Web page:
How to Create Mint Essential Oil

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Long celebrated for its versatility, mint, both in its herbal form and as an essential oil, has many applications in health, beauty and cooking. Many moms have soothed a troubled tummy with mint tea, while modern aromatherapists believe its scent can help alleviate nausea, headaches, fatigue and anxiety. Mint oil is commercially available but many find it a far more satisfying experience to distill their own. Surprisingly, making your own mint essential oil requires little time and effort and yet can yield innumerable benefits to the overall well-being of you and your family.

Things You'll Need

  • Metal cooking pot with a vegetable steamer basket
  • Large metal coffee can with a hole drilled in the bottom
  • Copper tubing
  • Deep plastic or metal bowl
  • Ice
  • Small dark-colored glass bottle
  • Distilled water
  • Mint leaves and stems
  • Plastic spray bottle

Prepare the mint plants

  • Cut the aerial portions of your mint plant, which include all the leaves and the stem, down to an inch past the bottommost leaves.

  • Tie the mint into bundles and allow it to dry in a paper bag in a cool, dry room for 48 hours. The dried or cured mint plants are called "mint hay" and should still retain a little moisture.

  • Immediately prior to distilling your mint oil, tear the mint hay into smaller pieces. This will help the oils inside the plant release more easily.

Constructing your essential oil still

  • Drill a hole the same diameter as the copper tubing into the bottom of the coffee can.

  • Place the vegetable steamer inside of the pot, then place the coffee can upside down on top of the vegetable steamer.

  • Insert one end of the copper tubing into the hole in the can and seal the edges.

  • Fill the deep bowl with ice and place it near the cooking pot. Run the rest of the copper tubing several times through the bowl of ice and over the edge of the bowl.

  • Place one of the dark glass bottles directly underneath the end of the tube, where it can catch your freshly distilled mint oil.

The distillation process

  • Place your retort on your stovetop burner. Pour enough distilled water in the pot to reach just below the bottom of the vegetable steamer.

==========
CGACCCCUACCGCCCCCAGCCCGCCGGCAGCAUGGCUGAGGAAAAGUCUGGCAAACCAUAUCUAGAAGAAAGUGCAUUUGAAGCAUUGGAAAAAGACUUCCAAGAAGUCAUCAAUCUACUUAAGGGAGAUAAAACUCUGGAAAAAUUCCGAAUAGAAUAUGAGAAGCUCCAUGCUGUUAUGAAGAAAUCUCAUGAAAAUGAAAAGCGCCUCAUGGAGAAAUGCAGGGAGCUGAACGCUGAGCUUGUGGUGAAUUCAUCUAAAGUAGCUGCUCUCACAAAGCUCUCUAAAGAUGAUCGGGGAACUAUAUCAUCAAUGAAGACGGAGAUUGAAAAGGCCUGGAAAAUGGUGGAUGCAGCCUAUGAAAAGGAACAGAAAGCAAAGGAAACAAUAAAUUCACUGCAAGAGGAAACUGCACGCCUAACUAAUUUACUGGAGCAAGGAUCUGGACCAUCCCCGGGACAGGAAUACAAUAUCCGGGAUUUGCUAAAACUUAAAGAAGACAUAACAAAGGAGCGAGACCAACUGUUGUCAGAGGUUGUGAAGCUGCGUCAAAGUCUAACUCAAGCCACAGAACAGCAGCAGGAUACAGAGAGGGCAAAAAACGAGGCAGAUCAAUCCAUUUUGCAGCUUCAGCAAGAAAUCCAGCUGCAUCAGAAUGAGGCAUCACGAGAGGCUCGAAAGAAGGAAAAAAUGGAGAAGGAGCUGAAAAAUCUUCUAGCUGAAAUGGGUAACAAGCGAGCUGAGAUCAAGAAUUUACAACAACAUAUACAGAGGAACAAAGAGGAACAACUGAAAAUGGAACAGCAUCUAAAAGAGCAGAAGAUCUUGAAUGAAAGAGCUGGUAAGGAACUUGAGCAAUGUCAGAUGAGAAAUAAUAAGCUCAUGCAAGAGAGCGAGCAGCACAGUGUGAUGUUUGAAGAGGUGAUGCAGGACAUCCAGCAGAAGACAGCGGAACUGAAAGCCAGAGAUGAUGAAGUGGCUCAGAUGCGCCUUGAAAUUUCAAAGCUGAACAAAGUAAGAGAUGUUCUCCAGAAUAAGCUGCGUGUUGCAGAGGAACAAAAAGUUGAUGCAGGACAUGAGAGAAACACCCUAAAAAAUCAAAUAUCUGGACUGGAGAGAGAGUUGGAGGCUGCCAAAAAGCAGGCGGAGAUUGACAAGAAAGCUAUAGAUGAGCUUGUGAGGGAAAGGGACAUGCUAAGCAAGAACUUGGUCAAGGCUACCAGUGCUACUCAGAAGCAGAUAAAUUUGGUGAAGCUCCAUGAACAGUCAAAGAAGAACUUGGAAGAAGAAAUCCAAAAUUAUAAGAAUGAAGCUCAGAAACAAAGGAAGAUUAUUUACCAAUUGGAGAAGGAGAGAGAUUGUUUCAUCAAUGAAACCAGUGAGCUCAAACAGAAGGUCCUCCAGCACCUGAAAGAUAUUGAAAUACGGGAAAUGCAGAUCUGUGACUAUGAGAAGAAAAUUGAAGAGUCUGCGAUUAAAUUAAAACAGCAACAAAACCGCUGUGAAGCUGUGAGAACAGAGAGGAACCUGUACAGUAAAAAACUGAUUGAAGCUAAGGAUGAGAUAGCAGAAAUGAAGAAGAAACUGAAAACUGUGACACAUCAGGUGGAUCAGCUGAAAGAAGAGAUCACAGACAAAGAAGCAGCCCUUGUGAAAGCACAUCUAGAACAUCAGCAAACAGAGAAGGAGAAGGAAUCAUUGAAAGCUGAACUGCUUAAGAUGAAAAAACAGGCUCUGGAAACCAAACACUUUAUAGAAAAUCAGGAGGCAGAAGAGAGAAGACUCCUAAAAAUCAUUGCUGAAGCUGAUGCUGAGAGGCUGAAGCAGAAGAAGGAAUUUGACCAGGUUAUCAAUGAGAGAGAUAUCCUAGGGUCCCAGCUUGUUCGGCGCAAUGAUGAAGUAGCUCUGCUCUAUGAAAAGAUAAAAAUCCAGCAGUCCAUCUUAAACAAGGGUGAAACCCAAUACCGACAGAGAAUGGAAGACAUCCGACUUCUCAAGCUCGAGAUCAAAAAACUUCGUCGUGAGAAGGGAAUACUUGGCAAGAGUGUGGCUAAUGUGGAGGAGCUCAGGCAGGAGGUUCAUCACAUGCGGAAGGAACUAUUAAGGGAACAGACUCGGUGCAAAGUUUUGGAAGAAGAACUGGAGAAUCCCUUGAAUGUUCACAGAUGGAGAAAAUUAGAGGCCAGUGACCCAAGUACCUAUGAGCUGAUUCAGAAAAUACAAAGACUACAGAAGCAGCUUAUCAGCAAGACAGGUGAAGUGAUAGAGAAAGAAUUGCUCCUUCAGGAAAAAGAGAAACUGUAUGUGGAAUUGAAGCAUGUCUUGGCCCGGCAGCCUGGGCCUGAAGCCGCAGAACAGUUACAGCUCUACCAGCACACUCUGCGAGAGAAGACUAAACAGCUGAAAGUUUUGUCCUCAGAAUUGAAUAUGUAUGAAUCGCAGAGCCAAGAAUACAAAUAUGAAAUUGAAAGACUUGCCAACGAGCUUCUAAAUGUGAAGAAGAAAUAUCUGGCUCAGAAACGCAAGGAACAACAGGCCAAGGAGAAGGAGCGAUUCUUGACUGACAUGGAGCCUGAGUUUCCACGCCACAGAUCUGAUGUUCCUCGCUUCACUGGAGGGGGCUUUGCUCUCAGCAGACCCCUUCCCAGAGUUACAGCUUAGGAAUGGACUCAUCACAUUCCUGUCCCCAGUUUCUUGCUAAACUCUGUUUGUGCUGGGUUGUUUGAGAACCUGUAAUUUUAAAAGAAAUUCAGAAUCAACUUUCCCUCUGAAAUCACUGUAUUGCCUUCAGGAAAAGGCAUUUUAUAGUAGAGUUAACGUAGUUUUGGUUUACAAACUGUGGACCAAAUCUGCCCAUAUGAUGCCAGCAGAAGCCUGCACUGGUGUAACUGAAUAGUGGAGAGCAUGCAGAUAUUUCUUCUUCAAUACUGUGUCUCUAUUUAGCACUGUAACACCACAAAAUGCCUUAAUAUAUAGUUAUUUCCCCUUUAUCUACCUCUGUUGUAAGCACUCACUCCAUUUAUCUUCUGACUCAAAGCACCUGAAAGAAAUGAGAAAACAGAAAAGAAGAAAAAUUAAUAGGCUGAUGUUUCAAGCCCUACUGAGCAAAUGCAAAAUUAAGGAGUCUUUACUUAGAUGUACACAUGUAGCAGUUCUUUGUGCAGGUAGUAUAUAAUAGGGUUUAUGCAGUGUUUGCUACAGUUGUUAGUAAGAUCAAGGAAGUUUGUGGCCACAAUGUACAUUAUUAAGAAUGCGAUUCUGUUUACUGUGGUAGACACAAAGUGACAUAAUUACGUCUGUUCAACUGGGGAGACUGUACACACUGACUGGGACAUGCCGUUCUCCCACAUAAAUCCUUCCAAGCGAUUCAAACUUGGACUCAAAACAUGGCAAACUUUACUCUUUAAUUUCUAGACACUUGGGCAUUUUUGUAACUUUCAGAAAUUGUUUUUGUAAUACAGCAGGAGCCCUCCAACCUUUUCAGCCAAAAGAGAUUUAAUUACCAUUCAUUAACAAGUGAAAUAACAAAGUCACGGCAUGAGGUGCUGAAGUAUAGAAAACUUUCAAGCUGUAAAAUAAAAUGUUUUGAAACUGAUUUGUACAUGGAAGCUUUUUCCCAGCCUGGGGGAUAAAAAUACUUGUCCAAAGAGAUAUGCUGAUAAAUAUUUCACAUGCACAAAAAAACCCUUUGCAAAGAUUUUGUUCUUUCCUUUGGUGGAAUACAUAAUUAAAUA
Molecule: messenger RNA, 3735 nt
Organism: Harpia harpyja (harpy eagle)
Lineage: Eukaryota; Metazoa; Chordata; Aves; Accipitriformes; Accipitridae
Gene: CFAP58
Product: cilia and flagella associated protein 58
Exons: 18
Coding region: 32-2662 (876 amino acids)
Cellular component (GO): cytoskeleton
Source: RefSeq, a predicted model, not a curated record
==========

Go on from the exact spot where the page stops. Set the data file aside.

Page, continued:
• Place your cured mint hay into the vegetable steamer and then replace the coffee can on top of the hay.

  • Turn the burner to medium to medium-high heat so that the water comes to a slow boil. Allow the water to boil for about 20 to 30 minutes and then turn off the burner. Most of your oil will distill during the early part of the distillation process. However, you may let the still sit undisturbed for up to two hours to finish collecting the small amount of oil that may continue to accumulate.

  • Seal your receiver bottle and store your mint essential oil in a cool, dark space such as a medicine cabinet.

What to do with the leftovers

  • In addition to the essential oil, you now have two byproducts left over from the distillation process: the used plant material and the leftover water.

  • You may either discard the used mint hay or use it as fertilizer for outdoor plants.

  • The leftover water, called hydrosol, should be poured into the plastic spray bottle. Hydrosol, available at many natural beauty supply stores, can be used as a refreshing body or room spray, as an invigorating facial toner, or as a gentle, all-natural mouth rinse.

Tips & Warnings

  • Both peppermint and spearmint are suitable for producing mint oil although the health and beauty properties of peppermint have been more extensively researched.
  • Ten pounds of cured mint hay will yield one ounce of peppermint oil although most home producers do not have the equipment to handle this much plant material nor the need for a full ounce of mint oil.
  • If you do not wish to make your own essential oil still, often referred to as an "essencier," you may purchase one. Commercial essenciers are generally made out of either copper or plastic and can range in price from $200-$450.

References

  • Methods of Extracting Volatile Oils from Plant Material and the Production of Such Oils in the United States; Arthur F. Sievers, 1928 (USDA Technical Bulletin #16)
  • The Art of Aromatherapy; Robert B. Tisserand, 1977
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